Immunotherapy to defeat Alzheimer’s disease: A transformative understanding of brain immunity
19 January 2023, 5:00 pm–6:00 pm
Lecture Theatre378: Institute of Neurology, 33 Queen Square33 Queen SquareLondonWC1N 3BGUnited Kingdom
Special Seminar: Professor Michal Schwartz.
About the Speaker
Professor Michal Schwartz
Professor of Neuroimmunology at Weizmann Institute of Science, Israel.
Professor Schwartz is Professor of Neuroimmunology at the Weizmann Institute of Science. She served as the president of the International Society of Neuroimmunology (2016-2018). Schwartz received her BSc, cum laude, from the Hebrew University, Jerusalem, and her PhD in Immunology from the Weizmann Institute. She is the world pioneer in breaking the long-held dogma regarding the relationships between the central nervous system and the immune system.
She was the first to discover that blood-borne macrophages (Nature Medicine, 1998) and T cells (Nature Medicine, 1999) are needed for central nervous system repair, and the unexpected fundamental role of the immune system in supporting life-long brain functional plasticity and neurogenesis (Nature Neuroscience, 2006), and subsequently suggested that aging of the brain reflects dysfunction of the brain-immune communication (Science , 2014). Overall, the current understanding that immune cells are guardians of the brain, needed for life-long brain maintenance and repair, was initiated by her.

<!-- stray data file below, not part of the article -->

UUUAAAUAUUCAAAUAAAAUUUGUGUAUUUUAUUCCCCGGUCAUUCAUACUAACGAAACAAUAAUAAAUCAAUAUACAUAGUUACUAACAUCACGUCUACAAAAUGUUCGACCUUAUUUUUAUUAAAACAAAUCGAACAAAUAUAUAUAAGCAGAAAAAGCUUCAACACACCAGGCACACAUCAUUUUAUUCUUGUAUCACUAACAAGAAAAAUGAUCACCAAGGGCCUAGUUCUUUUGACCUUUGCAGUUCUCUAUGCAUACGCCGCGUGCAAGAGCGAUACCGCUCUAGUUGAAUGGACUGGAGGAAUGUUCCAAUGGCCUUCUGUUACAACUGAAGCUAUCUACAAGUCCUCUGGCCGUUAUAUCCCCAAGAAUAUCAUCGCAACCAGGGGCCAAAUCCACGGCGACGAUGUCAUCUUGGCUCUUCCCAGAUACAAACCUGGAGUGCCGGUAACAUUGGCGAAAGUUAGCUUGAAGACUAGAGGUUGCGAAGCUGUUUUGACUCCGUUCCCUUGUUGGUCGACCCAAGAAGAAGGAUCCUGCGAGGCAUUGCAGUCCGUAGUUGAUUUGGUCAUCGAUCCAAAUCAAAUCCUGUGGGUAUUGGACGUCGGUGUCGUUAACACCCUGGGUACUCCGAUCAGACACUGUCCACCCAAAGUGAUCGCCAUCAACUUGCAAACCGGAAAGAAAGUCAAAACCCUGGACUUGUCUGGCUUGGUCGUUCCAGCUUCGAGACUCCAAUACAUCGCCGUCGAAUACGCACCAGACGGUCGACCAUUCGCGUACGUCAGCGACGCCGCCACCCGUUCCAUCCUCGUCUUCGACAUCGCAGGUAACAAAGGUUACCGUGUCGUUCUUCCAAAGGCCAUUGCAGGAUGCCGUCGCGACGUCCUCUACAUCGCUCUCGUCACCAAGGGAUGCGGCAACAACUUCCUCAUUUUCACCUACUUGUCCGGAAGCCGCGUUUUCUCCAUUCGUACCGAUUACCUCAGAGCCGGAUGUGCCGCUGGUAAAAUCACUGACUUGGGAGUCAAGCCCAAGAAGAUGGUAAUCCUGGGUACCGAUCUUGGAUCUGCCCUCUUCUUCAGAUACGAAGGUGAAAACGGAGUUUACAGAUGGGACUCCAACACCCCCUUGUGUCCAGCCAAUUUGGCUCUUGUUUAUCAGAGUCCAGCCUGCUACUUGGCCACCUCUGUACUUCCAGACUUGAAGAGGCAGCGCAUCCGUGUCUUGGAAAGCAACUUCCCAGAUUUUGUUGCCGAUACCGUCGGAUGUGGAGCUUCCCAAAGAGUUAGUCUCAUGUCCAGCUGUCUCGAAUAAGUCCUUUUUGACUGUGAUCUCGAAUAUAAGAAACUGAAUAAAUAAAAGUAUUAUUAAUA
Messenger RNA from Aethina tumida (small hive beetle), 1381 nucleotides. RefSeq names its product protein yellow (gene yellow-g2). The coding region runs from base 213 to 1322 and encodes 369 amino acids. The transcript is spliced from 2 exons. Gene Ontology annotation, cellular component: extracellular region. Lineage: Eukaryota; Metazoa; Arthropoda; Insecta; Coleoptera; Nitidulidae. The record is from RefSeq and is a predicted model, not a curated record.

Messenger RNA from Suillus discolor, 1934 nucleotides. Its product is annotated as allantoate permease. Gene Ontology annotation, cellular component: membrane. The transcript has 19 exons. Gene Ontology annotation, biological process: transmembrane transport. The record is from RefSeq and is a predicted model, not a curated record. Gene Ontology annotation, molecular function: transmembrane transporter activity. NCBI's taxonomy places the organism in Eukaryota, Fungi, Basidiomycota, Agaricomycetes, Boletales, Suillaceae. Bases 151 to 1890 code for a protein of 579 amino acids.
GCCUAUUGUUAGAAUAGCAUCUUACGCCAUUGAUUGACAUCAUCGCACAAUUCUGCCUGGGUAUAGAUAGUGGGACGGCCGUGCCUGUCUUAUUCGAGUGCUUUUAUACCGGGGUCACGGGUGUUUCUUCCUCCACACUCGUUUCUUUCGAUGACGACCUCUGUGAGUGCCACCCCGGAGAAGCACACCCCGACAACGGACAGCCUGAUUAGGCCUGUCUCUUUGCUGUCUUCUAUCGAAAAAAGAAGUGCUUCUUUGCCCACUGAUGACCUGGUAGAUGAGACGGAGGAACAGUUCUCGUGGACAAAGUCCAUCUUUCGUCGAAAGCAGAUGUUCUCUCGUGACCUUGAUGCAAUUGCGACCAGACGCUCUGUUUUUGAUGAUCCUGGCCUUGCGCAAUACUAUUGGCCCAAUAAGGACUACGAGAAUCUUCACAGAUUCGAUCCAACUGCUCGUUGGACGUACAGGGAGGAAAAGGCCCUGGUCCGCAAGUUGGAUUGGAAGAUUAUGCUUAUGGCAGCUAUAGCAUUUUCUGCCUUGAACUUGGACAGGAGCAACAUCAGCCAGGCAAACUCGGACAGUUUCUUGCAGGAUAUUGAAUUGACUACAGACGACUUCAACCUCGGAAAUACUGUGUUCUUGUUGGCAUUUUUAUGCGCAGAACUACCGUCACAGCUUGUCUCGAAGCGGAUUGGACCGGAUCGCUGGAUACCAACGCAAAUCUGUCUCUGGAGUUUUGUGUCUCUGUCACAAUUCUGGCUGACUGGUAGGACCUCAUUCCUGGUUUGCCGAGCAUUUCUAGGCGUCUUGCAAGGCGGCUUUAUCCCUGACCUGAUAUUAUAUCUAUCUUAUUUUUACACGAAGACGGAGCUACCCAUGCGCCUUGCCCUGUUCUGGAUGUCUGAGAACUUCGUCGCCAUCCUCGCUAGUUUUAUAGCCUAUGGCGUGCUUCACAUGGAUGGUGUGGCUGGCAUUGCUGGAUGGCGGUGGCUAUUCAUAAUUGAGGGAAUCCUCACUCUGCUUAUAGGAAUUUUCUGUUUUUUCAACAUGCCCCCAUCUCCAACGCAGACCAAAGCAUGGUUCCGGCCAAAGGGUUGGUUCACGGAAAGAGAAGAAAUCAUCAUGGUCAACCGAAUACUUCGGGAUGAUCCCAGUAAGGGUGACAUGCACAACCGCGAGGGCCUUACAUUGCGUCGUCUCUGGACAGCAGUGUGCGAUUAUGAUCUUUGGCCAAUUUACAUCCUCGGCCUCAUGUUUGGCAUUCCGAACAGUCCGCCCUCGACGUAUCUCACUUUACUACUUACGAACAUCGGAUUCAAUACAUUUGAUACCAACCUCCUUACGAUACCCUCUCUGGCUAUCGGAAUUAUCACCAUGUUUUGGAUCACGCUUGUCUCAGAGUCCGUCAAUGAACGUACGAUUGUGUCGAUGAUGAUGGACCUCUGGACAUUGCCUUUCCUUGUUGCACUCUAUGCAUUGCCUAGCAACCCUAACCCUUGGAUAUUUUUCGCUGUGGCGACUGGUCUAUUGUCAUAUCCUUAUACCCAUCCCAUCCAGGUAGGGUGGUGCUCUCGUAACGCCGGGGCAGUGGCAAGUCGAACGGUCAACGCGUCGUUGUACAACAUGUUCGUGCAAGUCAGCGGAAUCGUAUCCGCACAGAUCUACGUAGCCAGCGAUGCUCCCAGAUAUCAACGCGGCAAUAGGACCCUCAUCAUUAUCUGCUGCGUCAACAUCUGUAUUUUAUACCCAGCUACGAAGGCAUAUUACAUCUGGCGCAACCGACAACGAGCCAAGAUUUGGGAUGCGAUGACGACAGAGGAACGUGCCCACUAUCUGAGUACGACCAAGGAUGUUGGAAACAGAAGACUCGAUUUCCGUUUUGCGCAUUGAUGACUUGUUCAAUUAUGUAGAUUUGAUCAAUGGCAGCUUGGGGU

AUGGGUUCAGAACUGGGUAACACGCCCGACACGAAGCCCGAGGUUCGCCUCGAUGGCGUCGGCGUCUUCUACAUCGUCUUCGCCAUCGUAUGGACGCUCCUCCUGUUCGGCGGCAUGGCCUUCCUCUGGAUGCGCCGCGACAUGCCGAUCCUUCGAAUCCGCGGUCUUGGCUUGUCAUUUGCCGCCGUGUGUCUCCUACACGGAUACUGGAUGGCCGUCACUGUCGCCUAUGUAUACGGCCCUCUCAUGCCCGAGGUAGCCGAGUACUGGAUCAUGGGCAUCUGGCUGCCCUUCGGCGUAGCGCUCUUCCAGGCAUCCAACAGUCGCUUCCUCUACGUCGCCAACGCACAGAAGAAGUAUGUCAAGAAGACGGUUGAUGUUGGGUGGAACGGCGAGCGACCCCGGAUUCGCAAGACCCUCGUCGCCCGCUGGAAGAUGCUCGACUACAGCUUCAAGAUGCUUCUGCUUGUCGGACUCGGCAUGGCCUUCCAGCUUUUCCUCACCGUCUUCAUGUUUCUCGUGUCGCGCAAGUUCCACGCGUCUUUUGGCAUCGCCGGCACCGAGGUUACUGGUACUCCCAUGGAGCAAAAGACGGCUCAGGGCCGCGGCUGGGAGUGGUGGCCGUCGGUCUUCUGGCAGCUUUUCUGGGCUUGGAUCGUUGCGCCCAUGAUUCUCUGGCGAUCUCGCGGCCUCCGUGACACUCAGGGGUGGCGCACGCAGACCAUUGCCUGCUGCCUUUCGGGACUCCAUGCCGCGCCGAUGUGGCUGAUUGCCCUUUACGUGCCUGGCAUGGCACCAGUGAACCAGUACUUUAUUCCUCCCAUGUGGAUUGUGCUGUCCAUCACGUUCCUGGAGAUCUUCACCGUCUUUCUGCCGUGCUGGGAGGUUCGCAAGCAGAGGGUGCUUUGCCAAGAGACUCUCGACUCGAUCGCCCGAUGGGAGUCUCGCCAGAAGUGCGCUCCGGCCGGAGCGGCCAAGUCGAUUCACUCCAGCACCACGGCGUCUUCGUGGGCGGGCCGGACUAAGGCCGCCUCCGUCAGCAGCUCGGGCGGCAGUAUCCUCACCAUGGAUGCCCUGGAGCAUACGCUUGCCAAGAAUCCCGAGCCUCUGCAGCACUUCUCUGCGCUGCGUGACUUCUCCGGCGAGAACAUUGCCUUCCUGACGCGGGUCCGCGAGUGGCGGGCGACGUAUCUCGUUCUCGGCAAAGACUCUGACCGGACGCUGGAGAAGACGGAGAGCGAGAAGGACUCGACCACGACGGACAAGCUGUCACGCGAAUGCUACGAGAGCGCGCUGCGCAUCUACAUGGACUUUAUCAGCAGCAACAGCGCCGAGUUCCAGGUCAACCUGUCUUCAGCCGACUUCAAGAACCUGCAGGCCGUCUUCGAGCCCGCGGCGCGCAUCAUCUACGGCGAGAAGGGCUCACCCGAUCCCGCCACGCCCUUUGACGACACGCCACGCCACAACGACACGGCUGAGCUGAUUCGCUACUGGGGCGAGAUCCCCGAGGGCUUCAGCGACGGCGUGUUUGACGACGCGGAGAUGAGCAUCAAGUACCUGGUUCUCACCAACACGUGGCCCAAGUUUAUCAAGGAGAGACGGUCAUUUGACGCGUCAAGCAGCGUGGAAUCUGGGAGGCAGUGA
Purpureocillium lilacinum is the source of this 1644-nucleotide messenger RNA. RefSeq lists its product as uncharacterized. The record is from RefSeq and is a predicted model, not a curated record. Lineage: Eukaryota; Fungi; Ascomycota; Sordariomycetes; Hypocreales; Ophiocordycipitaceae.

Lately she defined the brain together with the immune cells that were discovered at its borders creating an ‘‘ecosystem’’ that supports the brain’s robustness and resilience. Based on the understanding of the brain-immune relationships, she proposed that aging or exhaustion of the immune system plays a key role in perpetuating Alzheimer’s disease (AD) and dementia, and sugggested a novel treatment for AD, which harnesses the immune system to help the brain. This therapy is in advanced stage of development.
Her scientific insights had significant impact, reflected in her publications in leading journals and high citation number (H factor 115, Google Scholar), and the number of keynote and named lectures that she was invited to deliver. Schwartz was twice granted an advanced ERC award, as well as receiving numerous prestigious national and international awards for her outstanding achievements, including the 2002 Friedenwald Award from ARVO, for outstanding contribution to vision research and the Distinguished G. Heiner Sell Memorial Lectureship in 2002 for outstanding achievement in the field of spinal cord injury.
More recently Schwartz received the Blumberg Prize for Excellence in Medical Science (2015), and the 2017 Rappaport Prize for Excellence in the Field of Biomedical Research. She was chosen in 2019 as Outstanding Mentor of the Year by the Israeli Neuroscience Society; 15 of her former graduate students currently hold academic faculty positions in Israel, USA, Europe and Australia. In 2019 Schwartz received the EMET prize, one of the most prestigious Israeli awards for academic and professional achievement, and lately she received the FENS EJN Award, 2022 for her outstanding contribution to the field of Neuroimmunology.More about Professor Michal Schwartz